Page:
Stream.BeginWrite Method (Byte, Int32, Int32, AsyncCallback, Object)
Begins an asynchronous write operation. (Consider using WriteAsync instead; see the Remarks section.)
Assembly: mscorlib (in mscorlib.dll)
[HostProtectionAttribute(SecurityAction.LinkDemand, ExternalThreading = true)] public virtual IAsyncResult BeginWrite( byte buffer, int offset, int count, AsyncCallback callback, object state )
The buffer to write data from.
The byte offset in buffer from which to begin writing.
The maximum number of bytes to write.
An optional asynchronous callback, to be called when the write is complete.
A user-provided object that distinguishes this particular asynchronous write request from other requests.
Return ValueType: System.IAsyncResult
An IAsyncResult that represents the asynchronous write, which could still be pending.
Attempted an asynchronous write past the end of the stream, or a disk error occurs.
One or more of the arguments is invalid.
Methods were called after the stream was closed.
The current Stream implementation does not support the write operation.
In the .NET Framework 4 and earlier versions, you have to use methods such as EndWrite to implement asynchronous I/O operations. These methods are still available in the .NET Framework 4.5 to support legacy code; however, the new async methods, such as ReadAsync, WriteAsync, CopyToAsync, and FlushAsync, help you implement asynchronous I/O operations more easily.and
The default implementation of BeginWrite on a stream calls the Write method synchronously, which means that Write might block on some streams. However, instances of classes such as FileStream and NetworkStream fully support asynchronous operations if the instances have been opened asynchronously. Therefore, calls to BeginWrite will not block on those streams. You can override BeginWrite (by using async delegates, for example) to provide asynchronous behavior.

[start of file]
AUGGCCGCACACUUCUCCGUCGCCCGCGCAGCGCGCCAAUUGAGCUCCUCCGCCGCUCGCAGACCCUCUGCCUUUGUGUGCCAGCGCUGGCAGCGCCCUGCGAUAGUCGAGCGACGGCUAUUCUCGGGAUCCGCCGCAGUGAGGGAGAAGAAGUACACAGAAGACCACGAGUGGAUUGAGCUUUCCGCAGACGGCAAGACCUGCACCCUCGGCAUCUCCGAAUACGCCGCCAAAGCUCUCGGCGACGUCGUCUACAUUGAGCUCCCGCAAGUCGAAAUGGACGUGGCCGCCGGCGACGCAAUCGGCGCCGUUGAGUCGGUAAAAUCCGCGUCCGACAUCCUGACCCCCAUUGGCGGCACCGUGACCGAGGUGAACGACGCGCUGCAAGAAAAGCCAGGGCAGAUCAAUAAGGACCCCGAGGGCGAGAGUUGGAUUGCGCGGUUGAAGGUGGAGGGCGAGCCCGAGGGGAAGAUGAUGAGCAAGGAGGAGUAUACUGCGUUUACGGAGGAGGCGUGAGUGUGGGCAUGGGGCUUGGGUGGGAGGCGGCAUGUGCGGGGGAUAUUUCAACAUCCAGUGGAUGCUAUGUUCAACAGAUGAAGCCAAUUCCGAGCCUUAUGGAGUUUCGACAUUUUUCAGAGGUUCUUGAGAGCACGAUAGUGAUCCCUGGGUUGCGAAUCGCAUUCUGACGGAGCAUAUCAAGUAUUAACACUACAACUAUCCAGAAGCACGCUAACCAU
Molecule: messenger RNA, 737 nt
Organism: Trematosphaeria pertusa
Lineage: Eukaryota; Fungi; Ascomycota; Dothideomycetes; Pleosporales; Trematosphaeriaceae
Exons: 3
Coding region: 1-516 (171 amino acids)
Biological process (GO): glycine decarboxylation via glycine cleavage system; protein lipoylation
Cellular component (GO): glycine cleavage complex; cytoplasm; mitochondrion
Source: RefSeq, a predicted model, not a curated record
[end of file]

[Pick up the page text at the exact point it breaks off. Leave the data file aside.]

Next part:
Pass the IAsyncResult returned by the current method to EndWrite to ensure that the write completes and frees resources appropriately. EndWrite must be called once for every call to . You can do this either by using the same code that called BeginWrite or in a callback passed to BeginWrite. If an error occurs during an asynchronous write, an exception will not be thrown until EndWrite is called with the IAsyncResult returned by this method.
If a stream is writable, writing at the end of the stream expands the stream.
The current position in the stream is updated when you issue the asynchronous read or write, not when the I/O operation completes. Multiple simultaneous asynchronous requests render the request completion order uncertain.
Use the CanWrite property to determine whether the current instance supports writing.
If a stream is closed or you pass an invalid argument, exceptions are thrown immediately from BeginWrite. Errors that occur during an asynchronous write request, such as a disk failure during the I/O request, occur on the thread pool thread and throw exceptions when calling EndWrite.
Available since 1.1
Portable Class Library
Supported in: portable .NET platforms
Available since 2.0
Windows Phone Silverlight
Available since 7.0